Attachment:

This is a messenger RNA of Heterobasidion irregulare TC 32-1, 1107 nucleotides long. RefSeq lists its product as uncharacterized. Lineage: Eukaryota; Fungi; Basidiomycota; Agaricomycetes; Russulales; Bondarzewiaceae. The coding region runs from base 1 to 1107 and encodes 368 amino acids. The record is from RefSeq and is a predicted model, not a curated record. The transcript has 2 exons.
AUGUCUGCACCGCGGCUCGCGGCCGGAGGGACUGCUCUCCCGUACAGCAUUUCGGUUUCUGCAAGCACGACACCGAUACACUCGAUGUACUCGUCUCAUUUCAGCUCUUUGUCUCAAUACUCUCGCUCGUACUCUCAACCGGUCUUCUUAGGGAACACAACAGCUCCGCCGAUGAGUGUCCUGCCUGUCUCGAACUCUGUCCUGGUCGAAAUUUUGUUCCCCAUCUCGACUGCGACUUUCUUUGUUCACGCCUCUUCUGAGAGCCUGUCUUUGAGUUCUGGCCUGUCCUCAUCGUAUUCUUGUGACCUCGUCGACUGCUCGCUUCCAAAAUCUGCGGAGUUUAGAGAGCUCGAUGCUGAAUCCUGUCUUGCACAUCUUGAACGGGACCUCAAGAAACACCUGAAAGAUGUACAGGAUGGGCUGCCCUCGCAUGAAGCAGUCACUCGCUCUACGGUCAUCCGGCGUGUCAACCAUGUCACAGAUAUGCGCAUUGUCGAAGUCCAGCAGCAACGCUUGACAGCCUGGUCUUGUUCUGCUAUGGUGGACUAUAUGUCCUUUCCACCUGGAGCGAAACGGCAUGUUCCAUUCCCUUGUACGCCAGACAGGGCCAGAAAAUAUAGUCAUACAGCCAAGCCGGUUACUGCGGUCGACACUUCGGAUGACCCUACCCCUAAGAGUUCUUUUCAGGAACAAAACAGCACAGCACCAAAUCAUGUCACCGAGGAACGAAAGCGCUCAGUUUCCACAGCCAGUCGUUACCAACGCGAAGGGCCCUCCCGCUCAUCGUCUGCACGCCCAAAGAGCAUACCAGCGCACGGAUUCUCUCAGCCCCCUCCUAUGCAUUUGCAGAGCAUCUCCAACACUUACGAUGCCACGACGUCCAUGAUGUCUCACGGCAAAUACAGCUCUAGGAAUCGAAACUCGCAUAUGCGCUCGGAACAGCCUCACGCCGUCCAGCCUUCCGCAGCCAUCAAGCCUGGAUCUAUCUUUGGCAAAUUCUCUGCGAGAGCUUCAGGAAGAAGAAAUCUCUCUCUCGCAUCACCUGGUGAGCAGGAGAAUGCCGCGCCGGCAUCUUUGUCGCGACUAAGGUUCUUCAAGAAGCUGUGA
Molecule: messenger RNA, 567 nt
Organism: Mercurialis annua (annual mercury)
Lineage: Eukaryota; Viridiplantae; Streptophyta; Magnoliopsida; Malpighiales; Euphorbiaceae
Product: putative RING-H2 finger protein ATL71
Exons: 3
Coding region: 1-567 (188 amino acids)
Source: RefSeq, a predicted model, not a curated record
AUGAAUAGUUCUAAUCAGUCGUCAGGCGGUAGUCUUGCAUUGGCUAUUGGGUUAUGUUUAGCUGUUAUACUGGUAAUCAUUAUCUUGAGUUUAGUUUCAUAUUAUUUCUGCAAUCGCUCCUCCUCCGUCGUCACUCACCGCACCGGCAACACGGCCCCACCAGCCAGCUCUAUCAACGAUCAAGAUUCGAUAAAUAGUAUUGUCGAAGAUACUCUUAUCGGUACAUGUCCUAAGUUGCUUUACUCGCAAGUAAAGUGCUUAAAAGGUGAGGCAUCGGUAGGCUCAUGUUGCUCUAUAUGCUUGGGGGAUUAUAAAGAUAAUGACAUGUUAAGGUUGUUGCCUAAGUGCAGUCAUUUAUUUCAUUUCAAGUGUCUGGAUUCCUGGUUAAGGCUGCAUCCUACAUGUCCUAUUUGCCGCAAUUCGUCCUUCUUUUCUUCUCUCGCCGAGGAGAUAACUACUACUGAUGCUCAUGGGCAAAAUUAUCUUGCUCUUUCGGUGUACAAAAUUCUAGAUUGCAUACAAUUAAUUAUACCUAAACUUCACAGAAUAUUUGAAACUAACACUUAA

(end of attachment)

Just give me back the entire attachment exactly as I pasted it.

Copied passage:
This is a messenger RNA of Heterobasidion irregulare TC 32-1, 1107 nucleotides long. RefSeq lists its product as uncharacterized. Lineage: Eukaryota; Fungi; Basidiomycota; Agaricomycetes; Russulales; Bondarzewiaceae. The coding region runs from base 1 to 1107 and encodes 368 amino acids. The record is from RefSeq and is a predicted model, not a curated record. The transcript has 2 exons.
AUGUCUGCACCGCGGCUCGCGGCCGGAGGGACUGCUCUCCCGUACAGCAUUUCGGUUUCUGCAAGCACGACACCGAUACACUCGAUGUACUCGUCUCAUUUCAGCUCUUUGUCUCAAUACUCUCGCUCGUACUCUCAACCGGUCUUCUUAGGGAACACAACAGCUCCGCCGAUGAGUGUCCUGCCUGUCUCGAACUCUGUCCUGGUCGAAAUUUUGUUCCCCAUCUCGACUGCGACUUUCUUUGUUCACGCCUCUUCUGAGAGCCUGUCUUUGAGUUCUGGCCUGUCCUCAUCGUAUUCUUGUGACCUCGUCGACUGCUCGCUUCCAAAAUCUGCGGAGUUUAGAGAGCUCGAUGCUGAAUCCUGUCUUGCACAUCUUGAACGGGACCUCAAGAAACACCUGAAAGAUGUACAGGAUGGGCUGCCCUCGCAUGAAGCAGUCACUCGCUCUACGGUCAUCCGGCGUGUCAACCAUGUCACAGAUAUGCGCAUUGUCGAAGUCCAGCAGCAACGCUUGACAGCCUGGUCUUGUUCUGCUAUGGUGGACUAUAUGUCCUUUCCACCUGGAGCGAAACGGCAUGUUCCAUUCCCUUGUACGCCAGACAGGGCCAGAAAAUAUAGUCAUACAGCCAAGCCGGUUACUGCGGUCGACACUUCGGAUGACCCUACCCCUAAGAGUUCUUUUCAGGAACAAAACAGCACAGCACCAAAUCAUGUCACCGAGGAACGAAAGCGCUCAGUUUCCACAGCCAGUCGUUACCAACGCGAAGGGCCCUCCCGCUCAUCGUCUGCACGCCCAAAGAGCAUACCAGCGCACGGAUUCUCUCAGCCCCCUCCUAUGCAUUUGCAGAGCAUCUCCAACACUUACGAUGCCACGACGUCCAUGAUGUCUCACGGCAAAUACAGCUCUAGGAAUCGAAACUCGCAUAUGCGCUCGGAACAGCCUCACGCCGUCCAGCCUUCCGCAGCCAUCAAGCCUGGAUCUAUCUUUGGCAAAUUCUCUGCGAGAGCUUCAGGAAGAAGAAAUCUCUCUCUCGCAUCACCUGGUGAGCAGGAGAAUGCCGCGCCGGCAUCUUUGUCGCGACUAAGGUUCUUCAAGAAGCUGUGA
Molecule: messenger RNA, 567 nt
Organism: Mercurialis annua (annual mercury)
Lineage: Eukaryota; Viridiplantae; Streptophyta; Magnoliopsida; Malpighiales; Euphorbiaceae
Product: putative RING-H2 finger protein ATL71
Exons: 3
Coding region: 1-567 (188 amino acids)
Source: RefSeq, a predicted model, not a curated record
AUGAAUAGUUCUAAUCAGUCGUCAGGCGGUAGUCUUGCAUUGGCUAUUGGGUUAUGUUUAGCUGUUAUACUGGUAAUCAUUAUCUUGAGUUUAGUUUCAUAUUAUUUCUGCAAUCGCUCCUCCUCCGUCGUCACUCACCGCACCGGCAACACGGCCCCACCAGCCAGCUCUAUCAACGAUCAAGAUUCGAUAAAUAGUAUUGUCGAAGAUACUCUUAUCGGUACAUGUCCUAAGUUGCUUUACUCGCAAGUAAAGUGCUUAAAAGGUGAGGCAUCGGUAGGCUCAUGUUGCUCUAUAUGCUUGGGGGAUUAUAAAGAUAAUGACAUGUUAAGGUUGUUGCCUAAGUGCAGUCAUUUAUUUCAUUUCAAGUGUCUGGAUUCCUGGUUAAGGCUGCAUCCUACAUGUCCUAUUUGCCGCAAUUCGUCCUUCUUUUCUUCUCUCGCCGAGGAGAUAACUACUACUGAUGCUCAUGGGCAAAAUUAUCUUGCUCUUUCGGUGUACAAAAUUCUAGAUUGCAUACAAUUAAUUAUACCUAAACUUCACAGAAUAUUUGAAACUAACACUUAA